Upper Cattle Creek Schoolhouse

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Connects: Coulter Creek Road (CR 121), Red Canyon Road (CR 115)

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Upper Cattle Creek Schoolhouse

The Upper Cattle Creek Schoolhouse originally called Coulter Creek School

Carbondale, CO – Schoolhouse

The Upper Cattle Creek Schoolhouse, originally called Coulter Creek School, is a one-room schoolhouse that was used from 1888 to 1947. This is an old building near Carbondale, CO.

A sign on the building reads: (Click to expand)
“Upper Cattle Creek Schoolhouse

A short history from historical research and interviews with former students

Raul Merrill Laurence, Boy Scout

The Upper Cattle Creek Schoolhouse has had a long history. By 1888, three years after Defiance (Glenwood Springs) was founded, the school had been constructed on land donated by Albert Coulter, a local rancher. It was common in those days for landowners to donate an acre of land to the school district. Building the school was a community effort. Two fathers, Patrick Waters and Frank Heuschkel, are known to have helped. Later, their children attended the school. Local ranchers helped construct several other buildings on the property; two outhouses, a coal shed, and a horse barn which has since been relocated to Spring Valley. By the 1920’s, a white wooden fence surrounded the property. Playground equipment and a flagpole were installed by C.W. Miller in 1930. The merry-go-round was recently restored as part of a Boy Scout Eagle project.

Mr. J.T. Stump was the first teacher, with an initial class of twelve students in grades 1-8. School started at 9:00 A.M. and ended at 4:00 P.M. Bible study came first. Parents appreciated the moral teachings because to take their children to church in town was a rate, laborious, all-day event. After Bible study, the children learned reading, writing, arithmetic, geography, and grammar. The teacher started with the youngest students first, then worked his way up the grades. As the younger students were being taught, the older students were expected to study or tutor their younger classmates. Mr. J.T. Stump taught for many years. Subsequent teachers were usually female.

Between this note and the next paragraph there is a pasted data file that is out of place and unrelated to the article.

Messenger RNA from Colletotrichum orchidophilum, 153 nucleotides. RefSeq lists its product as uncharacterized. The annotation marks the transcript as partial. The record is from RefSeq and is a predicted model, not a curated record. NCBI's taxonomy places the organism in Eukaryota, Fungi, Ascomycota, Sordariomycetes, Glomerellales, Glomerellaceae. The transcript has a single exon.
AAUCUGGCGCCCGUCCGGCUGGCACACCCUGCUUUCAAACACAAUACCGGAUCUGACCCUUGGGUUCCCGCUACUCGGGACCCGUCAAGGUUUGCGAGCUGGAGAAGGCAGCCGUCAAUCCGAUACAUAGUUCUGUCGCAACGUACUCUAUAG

Once a week, the teacher prepared a large pot of stew for the class. All of the children were assigned to bring ingredients from their farms for the soup. Students brought carrots, onions, potatoes, turnips, beans, and meat. The hot meal simmered in a cast iron pot on the coal stove, which also provided heat for the school. On most days, however, students brought their noon meal from home. After eating a pleasant lunch with their teacher, the children were released fro the day’s only recess.

During lunch break, the children raced to play on the playground equipment or to start a game of “Kick the Can,” or “Red Rover.” Often, the teacher would join the students in a year-long softball game. During the winter, the children went sledding. A favorite recess activity for the older students was jumping off the high cliff south of the schoolhouse, and landing in the soft snowdrift below. When the teacher rang the bell, the students would file back into the school for a welcome after-lunch story, and several “not so welcome” lessons.

Punishment was rare. Children knew that there were severe consequences for misbehavior. One incident was retold by both Viola (Miller) Waters and Ethel (Waters) Heuschkel. One day, during recess, a hired hand tending to the horses, gathered some of the boys together behind the bard to teach them how to chew tobacco. When the boys were returned to class, the vigilant teacher proceeded to teach the boys how to chew soap. Viola remembers that the boys were very angry with her because she had been sent home to get the handmade soap bar.